The man in the white shirt? A Rees-Mogg supporter and martial arts instructor called Paul Townsley.

Corbyn’s enemies – from all parties – have been trying to demonise Momentum since its formation, making out that its members are violent thugs.

I can’t speak for every other Momentum member, but I joined recently. I am certainly not a young thug. I am a 64-year-old therapist and retired journalist (yes, mainstream media).

The secretary of my local Momentum branch is a retired consultant eye surgeon (though I don’t know him well enough to swear that he is not a thuggish retired consultant eye surgeon).

Most pictures I have seen of Momentum meetings could be confused with get-togethers of retired librarians – and I know one when I see one, as I am married to a retired librarian.

Are Momentum members passionate? Sure. Are they violent thugs? Only in the imaginations of those who fear the popularity of their cause.

Now we have May calling for a law to crack down on the abuse of politicians and other public figures on social media. She says that online “bullying” has become a growing “threat to democracy”.

It all sounds perfectly reasonable until you realise that she is really just blowing hard on the dog whistle. She isn’t so much concerned about the murder of Labour MP Jo Cox or the appalling abuse of Diane Abbott as she is about maintaining the myth of the “Momentum thugs”.

Did you notice the outrage when it was revealed that the Finsbury Park murderer was hoping to kill Corbyn (and Sadiq Khan as a bonus)? No, because there wasn’t any.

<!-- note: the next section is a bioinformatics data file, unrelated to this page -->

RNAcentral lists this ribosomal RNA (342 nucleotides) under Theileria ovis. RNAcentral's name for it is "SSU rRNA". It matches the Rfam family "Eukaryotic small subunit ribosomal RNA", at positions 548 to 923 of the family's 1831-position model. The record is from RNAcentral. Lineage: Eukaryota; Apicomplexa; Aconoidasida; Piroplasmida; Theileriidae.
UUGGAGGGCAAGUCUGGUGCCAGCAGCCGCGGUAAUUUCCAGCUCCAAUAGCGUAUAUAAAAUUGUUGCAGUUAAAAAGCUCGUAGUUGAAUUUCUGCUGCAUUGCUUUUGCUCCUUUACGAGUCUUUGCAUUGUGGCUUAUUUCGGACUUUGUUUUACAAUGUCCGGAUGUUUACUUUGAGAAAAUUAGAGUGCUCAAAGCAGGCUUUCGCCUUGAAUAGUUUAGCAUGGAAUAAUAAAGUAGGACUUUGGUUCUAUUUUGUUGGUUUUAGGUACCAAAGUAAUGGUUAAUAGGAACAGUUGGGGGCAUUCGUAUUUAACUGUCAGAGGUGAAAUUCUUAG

It was barely commented on – because it didn’t fit the narrative of lefties bullying “moderates”.

In case you are wondering when the Tories stopped being the Nasty Party, the answer is that they haven’t.

But they and their friends are working hard to deflect attention from their nastiness by painting Labour supporters as thuggish.

Don’t let them bully you into believing it.

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The principle reason why Brexit might not happen? Politics

The principle reason why Brexit might not happen? Politics

Something didn’t seem quite right when a friend complained on Facebook about Jeremy Corbyn’s lack of “principles” because he wasn’t taking a stronger stand against Brexit. I couldn’t quite put my finger on what it was – until it suddenly struck me.

It’s very simple, really: Brexit is not about principles.

Opposing hanging is about principles. Refusing to support war on another country is about principles. But belonging to the EU?

No.

Whether or not the UK should be a member of the EU is not about principles, ethics or morals. It is purely a political calculation.